TAMPA — "Name?" Donald Williams.
"Birth date?" 8/29/52.
"I got no home."
Williams sat beneath the glow of a fluorescent lightbulb, at a folding table with Hillsborough County Health Department nurse Carmen Tomasello.
His container of meatballs, peas, potatoes and a hot dog sat wrapped in a grocery bag on a table next to syringes and vials of seasonal and H1N1 flu vaccine. Rolling portable coolers, filled with vaccine, rested at their feet.
While the threat of swine flu still looms, the Centers for Disease Control and Prevention has urged communities across the country to focus attention on a usually forgotten, medically underserved segment of the population: the homeless.
Two weeks ago, Hillsborough health officials started giving shots to homeless residents like Williams. Pinellas began in November.
Across Florida, swine flu is on the wane. State health officials reported Thursday they are seeing only sporadic activity in the Tampa Bay region. And Florida has now seen three weeks without any confirmed deaths from the H1N1 flu.
Still, health officials continue to urge people to get vaccinated to reduce the threat of another wave of illness. Flu season in Florida peaks in mid February and may continue into March and beyond.
As a result of the push by the CDC, health departments on both sides of the bay have started working with local homeless outreach organizations to vaccinate the residents they serve. Some cases of swine flu have popped up in local shelters, homeless advocates said.
"With their overall lack of access to care and generally poorer health, the idea is that if the swine flu is kept down in this population, there is less chance of it spreading to others," said Sarah Snyder, executive director of the Pinellas Homeless Coalition. "The homeless get sick like everyone else," she said, "but they are getting sick on the streets."
In the parking lot of an old gas station, now converted into a restaurant, on this chilly night, volunteers with the Servants of Christ ushered about 50 people through the food line.
Small children stood with their mothers. Another woman brought her golden retriever, who also got dog food from donations collected by the group.
Williams made sure to be one of the first to get food. Then he hobbled over to where Tomasello sat.
After going through a list of questions, the nurse asked him to take off his sweatshirts to reveal his arms. He winced as she stuck him, once in each arm for seasonal and swine flus.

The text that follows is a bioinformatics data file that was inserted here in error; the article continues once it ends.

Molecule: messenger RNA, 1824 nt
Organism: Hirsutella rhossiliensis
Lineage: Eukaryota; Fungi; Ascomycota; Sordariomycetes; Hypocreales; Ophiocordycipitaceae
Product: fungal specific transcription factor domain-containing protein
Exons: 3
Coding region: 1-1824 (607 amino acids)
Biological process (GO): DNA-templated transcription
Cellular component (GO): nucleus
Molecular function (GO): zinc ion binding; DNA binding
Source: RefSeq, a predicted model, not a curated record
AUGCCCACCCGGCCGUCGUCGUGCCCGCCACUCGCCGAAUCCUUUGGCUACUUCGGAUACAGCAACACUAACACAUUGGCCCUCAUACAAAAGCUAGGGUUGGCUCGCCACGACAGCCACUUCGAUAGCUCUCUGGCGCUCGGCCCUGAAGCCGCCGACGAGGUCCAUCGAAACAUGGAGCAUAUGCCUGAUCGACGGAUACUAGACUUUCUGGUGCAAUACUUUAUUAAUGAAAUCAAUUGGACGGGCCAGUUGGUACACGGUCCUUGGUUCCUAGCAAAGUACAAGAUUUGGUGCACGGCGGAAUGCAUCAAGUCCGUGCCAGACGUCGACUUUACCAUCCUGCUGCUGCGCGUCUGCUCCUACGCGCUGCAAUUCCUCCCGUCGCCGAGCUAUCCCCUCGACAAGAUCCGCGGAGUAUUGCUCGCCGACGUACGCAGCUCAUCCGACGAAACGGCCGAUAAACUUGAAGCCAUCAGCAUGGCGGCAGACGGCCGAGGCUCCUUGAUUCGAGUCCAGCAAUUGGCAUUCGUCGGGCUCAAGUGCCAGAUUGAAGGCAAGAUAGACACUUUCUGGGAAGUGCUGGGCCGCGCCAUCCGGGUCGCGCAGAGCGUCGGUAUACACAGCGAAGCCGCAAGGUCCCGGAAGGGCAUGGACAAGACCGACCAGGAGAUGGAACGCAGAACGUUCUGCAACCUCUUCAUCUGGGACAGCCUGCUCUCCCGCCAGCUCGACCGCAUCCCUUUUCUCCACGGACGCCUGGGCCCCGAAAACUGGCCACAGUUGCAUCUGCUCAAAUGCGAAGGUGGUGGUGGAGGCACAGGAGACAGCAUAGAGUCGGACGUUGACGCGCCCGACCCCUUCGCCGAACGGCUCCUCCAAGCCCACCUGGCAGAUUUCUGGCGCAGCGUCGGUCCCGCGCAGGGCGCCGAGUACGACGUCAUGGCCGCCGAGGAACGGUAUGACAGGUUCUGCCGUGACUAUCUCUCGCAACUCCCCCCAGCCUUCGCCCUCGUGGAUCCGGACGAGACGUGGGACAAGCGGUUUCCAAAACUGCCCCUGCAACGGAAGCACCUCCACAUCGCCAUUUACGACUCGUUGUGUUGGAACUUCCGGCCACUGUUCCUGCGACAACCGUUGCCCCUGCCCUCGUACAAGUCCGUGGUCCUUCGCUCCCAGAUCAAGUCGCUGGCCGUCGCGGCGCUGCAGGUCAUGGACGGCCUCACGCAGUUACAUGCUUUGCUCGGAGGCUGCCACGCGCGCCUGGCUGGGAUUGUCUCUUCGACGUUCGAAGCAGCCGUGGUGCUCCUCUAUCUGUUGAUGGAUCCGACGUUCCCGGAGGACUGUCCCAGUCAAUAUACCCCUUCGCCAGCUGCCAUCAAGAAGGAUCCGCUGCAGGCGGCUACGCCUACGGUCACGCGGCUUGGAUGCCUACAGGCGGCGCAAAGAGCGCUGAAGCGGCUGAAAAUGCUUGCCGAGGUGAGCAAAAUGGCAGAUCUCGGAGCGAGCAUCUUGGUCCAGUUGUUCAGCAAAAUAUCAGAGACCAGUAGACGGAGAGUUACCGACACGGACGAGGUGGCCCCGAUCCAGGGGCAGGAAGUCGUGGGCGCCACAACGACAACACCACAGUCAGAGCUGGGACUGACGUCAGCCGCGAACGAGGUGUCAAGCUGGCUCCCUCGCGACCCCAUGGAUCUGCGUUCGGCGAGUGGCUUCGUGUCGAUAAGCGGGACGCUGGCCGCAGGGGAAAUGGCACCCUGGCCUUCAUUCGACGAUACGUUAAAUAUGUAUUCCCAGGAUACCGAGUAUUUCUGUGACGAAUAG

As health providers connect with homeless outreach organizations like Servants of Christ, the goal is to learn about similar groups and vaccinate as many people as possible, said Ryan Pedigo, director of public health preparedness for the Hillsborough County Health Department.
"And now that we have plenty of vaccine," he said, "we can plan where to go and find more people."
Shirley Raines lives in a van with her daughter, Sarah Whitley. The pair regularly show up for free dinners in the lot off Palm River Road.
"There's no way we could afford to get my mom the shots," Whitley said. "She's 70, and she needs this."
Standing in the food line, Whitley explained that she would have gotten the swine flu vaccination if she weren't allergic to eggs.
"I have a bad heart," she said, "so I could really use this."
Back at the folding table, Tomasello tossed syringes into a red medical waste bin. Then she gently placed bandages on Williams' arms.
After relayering his sweatshirts, Williams picked up his food. Home was under an overpass not too far away.
"I've been homeless for six years," he said. "I can't work. I can't walk too good, either."
He said he fell off a truck he was unloading and broke his hip and back. Since then, he hasn't been able to work. He comes to the dinners whenever he can make it and decided he should get the shots because they were free.
"I've been feeling really, really bad lately," Williams said. "I figured I better do something so I don't get worse."
Holding his bag of food, he shuffled away into the night.
Times staff writer Letitia Stein contributed to this report. Chandra Broadwater can be reached at firstname.lastname@example.org or (813) 661-2454.